I was feeling especially strong given two days of travel and relative inactivity.  The idea of sweating up a hill with a daypack was just the trick and my stride was impressive.  I had gained two thousand feet before finishing the tree line.  From there, in the fog and mist and what I fully expected to be a torrential rain storm, I began the grass which hugged a ravine and ended in a scree slope.  Through the mist, small openings were all that revealed my objective.  It was from these mental bearings that I was able to navigate to the scree field for another 600 feet.  The end of the scree found me on a ridge line at 14,000 feet.  It had taken me 3.5 hours to reach this particular point.  The altitude, although heavy, wasn’t weighing me particularly and my pulse was 130 bpm.  This cardiovascular event had the psychological effect of loosening the plaque from my sedentary arteries and brain, conferring life back into my body after traveling from sea level in Tennessee.

On the summit ridge I walked in scree until gaining a prominent rock feature.  My decision to climb over instead of around was laughable on descent but thus is the nature of my astrological cancerian crab movements.  Soon another rock gendarme was to be dealt with in similar fashion and there, in the fog and mist of a Friday afternoon, I found the small cross that signified the “cine” or “cumbre” of Mexico’s third highest peak.  It was tucked in the fold of volcanic rock on a table sized area surrounded by more latent volcanic shelving.  It was a summit and I enjoyed every cloud socked minute.  For 15 minutes I relaxed, shot video and waited for the elusive opening in the sky that was not to be. My summit photo could well have been on a movie set but my lungs were leaving little doubt.

Dropping down I followed another route that avoided the class 3 scrambling on the climb.  Then I could see the error of my way. There were paths that circumvented the rock bands and I had little difficulty following them back to the ridge and scree line.  There, on the scree field, the sky parted and displayed what I had just climbed.  La Malinche was shining in all her majestic glory.

I “skied” down the scree field for several hundred feet.  Soon I was back at the tree line and intercepted three trekkers that had attempted a nearby peak.  One lad was French and the other guy and gal were from Singapore.  We followed each other back down in a descent that would take two hours.  The total time to the summit was, for me, four hours exactly.  This contradicted the claims of my cab driver, Juan Carlos.  His conviction was firm that I should summit in two hours.  That is why I didn’t pay him until the return.  And there he was, dutifully at his post when I came pouring back in sporting a total time of 6 hours.  The kids I had met were anxious to split my cab back to Puebla.  I had no problem allowing them to cram into the back and Juan Carlos appreciated the extra income which shortened his tip from me considering he didn’t make any allowance for our pre-arranged price.  La Malinche was in the bag and the evening was spent in a celebratory dinner with music and singing provided compliments of the hotel.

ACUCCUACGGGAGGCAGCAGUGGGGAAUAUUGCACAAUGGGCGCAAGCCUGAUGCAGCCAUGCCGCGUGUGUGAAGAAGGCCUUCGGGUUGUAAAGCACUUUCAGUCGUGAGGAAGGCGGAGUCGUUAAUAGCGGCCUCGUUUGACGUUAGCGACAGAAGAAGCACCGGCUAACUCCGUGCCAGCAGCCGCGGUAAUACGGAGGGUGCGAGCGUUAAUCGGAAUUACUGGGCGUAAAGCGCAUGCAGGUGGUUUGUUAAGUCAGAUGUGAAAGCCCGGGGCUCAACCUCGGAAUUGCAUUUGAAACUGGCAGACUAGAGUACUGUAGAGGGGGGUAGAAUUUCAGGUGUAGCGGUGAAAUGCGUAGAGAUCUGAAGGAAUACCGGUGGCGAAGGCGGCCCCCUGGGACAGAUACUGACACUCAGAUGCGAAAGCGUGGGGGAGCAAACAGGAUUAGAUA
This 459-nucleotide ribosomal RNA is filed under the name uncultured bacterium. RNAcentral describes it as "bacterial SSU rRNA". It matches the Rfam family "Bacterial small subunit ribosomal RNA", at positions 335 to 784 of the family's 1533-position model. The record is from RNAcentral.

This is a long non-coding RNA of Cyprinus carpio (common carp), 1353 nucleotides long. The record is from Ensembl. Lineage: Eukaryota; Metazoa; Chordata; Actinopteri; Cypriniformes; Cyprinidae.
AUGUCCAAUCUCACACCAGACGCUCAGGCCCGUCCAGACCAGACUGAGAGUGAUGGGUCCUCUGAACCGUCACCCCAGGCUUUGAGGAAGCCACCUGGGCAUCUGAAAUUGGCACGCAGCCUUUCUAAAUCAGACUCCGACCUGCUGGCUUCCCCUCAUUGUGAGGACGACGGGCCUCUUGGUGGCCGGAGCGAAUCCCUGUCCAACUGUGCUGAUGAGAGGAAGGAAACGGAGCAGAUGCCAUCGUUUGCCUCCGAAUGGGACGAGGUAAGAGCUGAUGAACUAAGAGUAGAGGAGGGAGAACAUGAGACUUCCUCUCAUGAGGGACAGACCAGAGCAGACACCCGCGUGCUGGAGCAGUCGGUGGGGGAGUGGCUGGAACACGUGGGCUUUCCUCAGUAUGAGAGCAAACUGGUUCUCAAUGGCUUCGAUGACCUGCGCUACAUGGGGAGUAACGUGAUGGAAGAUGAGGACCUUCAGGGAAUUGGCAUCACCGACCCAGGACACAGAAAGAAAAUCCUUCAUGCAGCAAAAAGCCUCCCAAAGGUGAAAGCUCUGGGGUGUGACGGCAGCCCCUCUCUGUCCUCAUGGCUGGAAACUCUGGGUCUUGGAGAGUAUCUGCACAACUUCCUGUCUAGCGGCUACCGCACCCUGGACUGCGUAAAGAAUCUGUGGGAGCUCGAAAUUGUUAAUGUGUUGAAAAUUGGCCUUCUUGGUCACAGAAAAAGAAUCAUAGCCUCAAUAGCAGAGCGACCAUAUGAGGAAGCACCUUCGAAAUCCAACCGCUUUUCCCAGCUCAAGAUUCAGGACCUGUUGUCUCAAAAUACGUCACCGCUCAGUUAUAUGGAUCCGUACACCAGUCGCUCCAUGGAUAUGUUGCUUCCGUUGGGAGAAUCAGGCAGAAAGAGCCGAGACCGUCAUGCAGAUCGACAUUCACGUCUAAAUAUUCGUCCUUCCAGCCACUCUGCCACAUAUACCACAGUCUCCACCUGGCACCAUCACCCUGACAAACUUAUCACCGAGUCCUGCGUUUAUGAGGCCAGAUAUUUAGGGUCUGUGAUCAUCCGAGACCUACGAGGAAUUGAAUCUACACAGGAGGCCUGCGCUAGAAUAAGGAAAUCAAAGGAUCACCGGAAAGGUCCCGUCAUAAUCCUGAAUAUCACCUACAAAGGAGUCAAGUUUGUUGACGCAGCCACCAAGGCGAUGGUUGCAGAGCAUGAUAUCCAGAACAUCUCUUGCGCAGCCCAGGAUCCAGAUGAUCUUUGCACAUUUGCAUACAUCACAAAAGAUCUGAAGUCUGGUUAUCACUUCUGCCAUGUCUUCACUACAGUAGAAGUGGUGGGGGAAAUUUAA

The next day I packed and departed via AU bus lines to Tlachicuca.  If you have fears about travelling on a Mexican bus, do not hesitate.  There were no chickens or banditos.  The total fare was 7 dollars for the two hour ride.  I found the Mexican buses quite comfortable and safe although I sat over the luggage bin to make sure no one offloaded my ton of gear prior to arrival in Tlachichuca at the portal to Orizaba.  Mexican buses stop everywhere and all the time.  Another peculiarity of this form of transit is the frequent boarding by hawkers of varying wares from herbal tonics to food and drink items.  Their sales pitches are quite dramatic and lengthy and they are accustomed to placing products in your hands unless you firmly refuse.  My lack of Spanish was useful in this regard.  The countryside was relatively flat and as we entered Tlachicuca I caught a glimpse of Citlaltepetl, aka Orizaba.  It dominates the skyline of this region.

The bus driver let me off several blocks from the home or Joaquin and Maribel Concholas.  The guy wasn’t sure where they lived and pointed me two blocks from where he and another passenger surmised was the place.  It was eerie to be standing in the middle of a foreign country with a huge, 55 lb. duffel bag and my carry on.  I saddled the heavy load towards a busier street until I encountered a woman and two teenage girls.  Producing the address crumpled from days of travel, the lady dispatched her daughter to accompany me to the gated compound that was to be my home for the next short while.  The teenager refused my offer of a tip despite having walked me several blocks to my destination.  I found this attitude quite common amongst the inhabitants of this country.  The girl rang the bell and in short order a metal door was slowly prying backwards.  Soon I was staring at my host, Maribel who promptly showed me to a bunkroom.

It wasn’t much by any standard.  There were two beds and one set of bunks.  The concrete room was cold and undecorated.  It sat within a walled compound that consisted of the Conchola residence across the way.  There was a communal dining room that opened into the kitchen.  My side of the compound was like a motor inn with several ground floor rooms and a top level that housed other members of the Conchola family.  In the back were four off road vehicles that looked as if they could tell many stories of trips up to Orizaba and the Piedra Grande Hut.